Server virtualization is a dominant architecture in enterprise environments. Now SMBs have followed suit. Spiceworks polled more than 1,000 IT professionals and found that 72 percent of SMBs were already using server virtualization in some capacity as of 2013.  A similar poll in 2012 showed 60 % of SMBs were virtualized and 66% in 2013. Virtualization has become a dominant technology in most IT environments, large and small.
The adoption of virtualization is compelling. It allows organizations to purchase less hardware in order to run their business. In other words it is less expensive. It also provides flexibility, being that virtual machines are easily replicated for DR and failed over at practically no additional cost. Therefore improving organizations RTO times, saving them money and boosting their reputation. Yet, there are some applications that can't or shouldn't be virtualized. Some applications need extreme horsepower, rely on massive amounts of memory, CPU cycles and I/O performance. There are also applications that have license agreements that do not allow for virtualization and other circumstances that require an application to be run on a standalone physical server.
Backup products have come on the market to exploit the flexibility of virtual environments therefore helping the customer by providing VM replication for DR purposes locally or across long distances. Virtualization can utilize cloud technologies for disaster recovery. A replicated VM or a backup image can be spun up in seconds, practically eliminating downtime. The problem is most of those solutions only provide that for virtual environments, leading many organizations to use two different backup products and processes to ensure system availability and recovery of data. This is very costly, complicated and impractical to sustain.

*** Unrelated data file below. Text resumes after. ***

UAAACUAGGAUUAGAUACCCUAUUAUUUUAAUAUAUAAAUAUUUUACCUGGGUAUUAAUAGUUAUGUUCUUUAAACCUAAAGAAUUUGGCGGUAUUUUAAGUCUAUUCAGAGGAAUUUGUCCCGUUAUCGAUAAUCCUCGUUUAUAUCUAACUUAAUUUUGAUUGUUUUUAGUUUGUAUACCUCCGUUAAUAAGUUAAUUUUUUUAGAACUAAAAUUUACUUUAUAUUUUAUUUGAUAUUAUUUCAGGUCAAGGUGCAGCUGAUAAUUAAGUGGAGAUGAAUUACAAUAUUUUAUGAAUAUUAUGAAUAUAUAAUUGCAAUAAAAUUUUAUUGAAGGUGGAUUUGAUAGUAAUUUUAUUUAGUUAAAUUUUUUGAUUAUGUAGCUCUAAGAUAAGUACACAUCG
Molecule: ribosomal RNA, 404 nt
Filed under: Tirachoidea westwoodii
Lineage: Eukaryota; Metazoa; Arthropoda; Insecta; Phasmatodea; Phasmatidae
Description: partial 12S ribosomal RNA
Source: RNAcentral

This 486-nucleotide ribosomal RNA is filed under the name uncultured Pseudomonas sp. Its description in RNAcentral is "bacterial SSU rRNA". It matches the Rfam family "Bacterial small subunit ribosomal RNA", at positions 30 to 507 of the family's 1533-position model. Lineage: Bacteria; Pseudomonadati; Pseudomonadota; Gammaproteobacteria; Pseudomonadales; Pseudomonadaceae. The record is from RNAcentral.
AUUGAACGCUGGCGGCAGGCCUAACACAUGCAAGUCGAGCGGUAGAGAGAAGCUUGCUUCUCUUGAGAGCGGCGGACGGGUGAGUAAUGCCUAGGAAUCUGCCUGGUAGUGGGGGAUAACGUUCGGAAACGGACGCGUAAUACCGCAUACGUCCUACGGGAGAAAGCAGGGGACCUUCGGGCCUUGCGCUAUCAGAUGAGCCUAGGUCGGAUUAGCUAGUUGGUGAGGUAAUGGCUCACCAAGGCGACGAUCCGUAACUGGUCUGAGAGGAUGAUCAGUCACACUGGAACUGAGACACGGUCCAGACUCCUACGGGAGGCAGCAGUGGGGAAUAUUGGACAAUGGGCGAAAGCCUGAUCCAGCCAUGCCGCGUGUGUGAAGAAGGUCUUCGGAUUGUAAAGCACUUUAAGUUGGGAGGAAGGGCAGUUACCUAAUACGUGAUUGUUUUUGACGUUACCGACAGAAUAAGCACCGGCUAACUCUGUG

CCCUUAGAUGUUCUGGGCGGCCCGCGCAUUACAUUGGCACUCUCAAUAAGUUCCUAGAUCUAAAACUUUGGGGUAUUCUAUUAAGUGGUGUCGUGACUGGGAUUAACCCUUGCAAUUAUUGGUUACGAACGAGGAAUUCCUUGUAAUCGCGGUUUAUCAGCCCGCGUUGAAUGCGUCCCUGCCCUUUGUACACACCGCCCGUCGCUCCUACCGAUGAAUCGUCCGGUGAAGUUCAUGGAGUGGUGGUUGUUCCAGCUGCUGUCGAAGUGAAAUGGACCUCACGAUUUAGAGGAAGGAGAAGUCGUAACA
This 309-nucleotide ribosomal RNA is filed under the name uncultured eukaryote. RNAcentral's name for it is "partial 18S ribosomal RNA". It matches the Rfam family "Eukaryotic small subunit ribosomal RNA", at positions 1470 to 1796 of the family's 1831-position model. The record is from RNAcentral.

A recent ESG survey reported more than half (53%) of respondents use different backup applications for their virtual and physical servers. However, a multi-pronged approach leads to inefficiency, adding management overhead and complicating recovery. This is borne out by the fact than more than two-thirds (69%) of respondents indicated that they would prefer to use a single backup application to protect both virtual and physical servers. 
There is certainly a need for a data protection solution that take advantage of virtualization attributes, for both virtual and physical servers. Allowing IT organizations to use one data protection solution, one management console for all environments. Please note that two systems no longer support the definition of the word and benefits derived from the use or result of careful planning and organization.
Customers need to evaluate data protection solutions: Report, Break Free of Stacked Solutions, a tutorial and comparison of the next generation unified solution.
 Source: Spiceworks Report, State of SMB IT Report, 2013
 Source: ESG Research Report, Trends in Data Protection Modernization, August 2012.